As we often discuss with clients, correctly classifying employees as exempt or nonexempt is of critical importance. A recent United States Supreme Court case, Helix Energy Sols. Grp. v. Hewitt (2023), provides a textbook example of the perils of misclassification.
The employee, Michael Hewitt, worked on an offshore oil rig, and typically averaged 84 hours of work per week, working 12-hour days for 28 straight days, before having 28 days off work. Mr. Hewitt was paid a daily-rate and earned over $200,000 annually. His employer classified him as an executive employee exempt from overtime compensation under the federal Fair Labor Standards Act (“FLSA”).
Under the FLSA, as under the California wage order exemption tests, in order to qualify as exempt, one of the criteria the employer must meet is that the employee in question must be paid a fixed salary that does not vary based on the amount of time worked in the workweek (salary basis test).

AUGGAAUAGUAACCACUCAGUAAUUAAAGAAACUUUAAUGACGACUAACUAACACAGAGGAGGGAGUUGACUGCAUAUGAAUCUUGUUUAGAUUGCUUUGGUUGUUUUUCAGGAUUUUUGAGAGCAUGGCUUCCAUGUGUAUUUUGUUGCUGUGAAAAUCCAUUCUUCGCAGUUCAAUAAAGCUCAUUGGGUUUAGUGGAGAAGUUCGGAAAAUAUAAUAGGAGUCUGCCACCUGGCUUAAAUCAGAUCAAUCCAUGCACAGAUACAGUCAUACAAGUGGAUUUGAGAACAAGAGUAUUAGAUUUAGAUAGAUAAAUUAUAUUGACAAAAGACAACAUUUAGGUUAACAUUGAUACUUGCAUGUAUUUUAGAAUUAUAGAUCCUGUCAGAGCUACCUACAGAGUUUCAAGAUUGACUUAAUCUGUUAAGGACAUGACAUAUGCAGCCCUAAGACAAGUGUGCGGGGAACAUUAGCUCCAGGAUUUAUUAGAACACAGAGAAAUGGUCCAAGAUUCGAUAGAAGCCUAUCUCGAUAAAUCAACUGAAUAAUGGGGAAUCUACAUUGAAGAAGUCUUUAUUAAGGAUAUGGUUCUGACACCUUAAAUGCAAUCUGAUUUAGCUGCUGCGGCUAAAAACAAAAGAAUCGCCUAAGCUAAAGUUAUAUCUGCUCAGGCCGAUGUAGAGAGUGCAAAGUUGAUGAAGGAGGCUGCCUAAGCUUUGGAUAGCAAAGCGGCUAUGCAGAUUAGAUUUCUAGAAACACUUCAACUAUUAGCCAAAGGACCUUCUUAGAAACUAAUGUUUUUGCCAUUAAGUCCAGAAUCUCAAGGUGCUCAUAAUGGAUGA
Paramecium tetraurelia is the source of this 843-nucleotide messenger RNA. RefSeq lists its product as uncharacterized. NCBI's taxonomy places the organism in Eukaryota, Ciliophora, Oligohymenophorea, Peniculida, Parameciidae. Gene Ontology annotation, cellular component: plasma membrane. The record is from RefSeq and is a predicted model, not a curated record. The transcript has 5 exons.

There was no dispute that Hewitt met the other criteria under the executive exemption. However, the Court found that Hewitt was not exempt from the FLSA because he was paid a daily-rate instead of a weekly salary, (and thus, he was not paid for days he did not work). As such, Hewitt was improperly classified as exempt and, as a result, was owed overtime wages. The fact that he had been paid over $200,000 annually was irrelevant.
This decision serves as an important reminder to all employers to be sure to confirm that all employees classified as exempt do, in fact, meet all of the criteria necessary for the applicable exemption. Improperly classifying an employee can leave an employer on the hook for unpaid overtime wages, as well as other wage and hour penalties.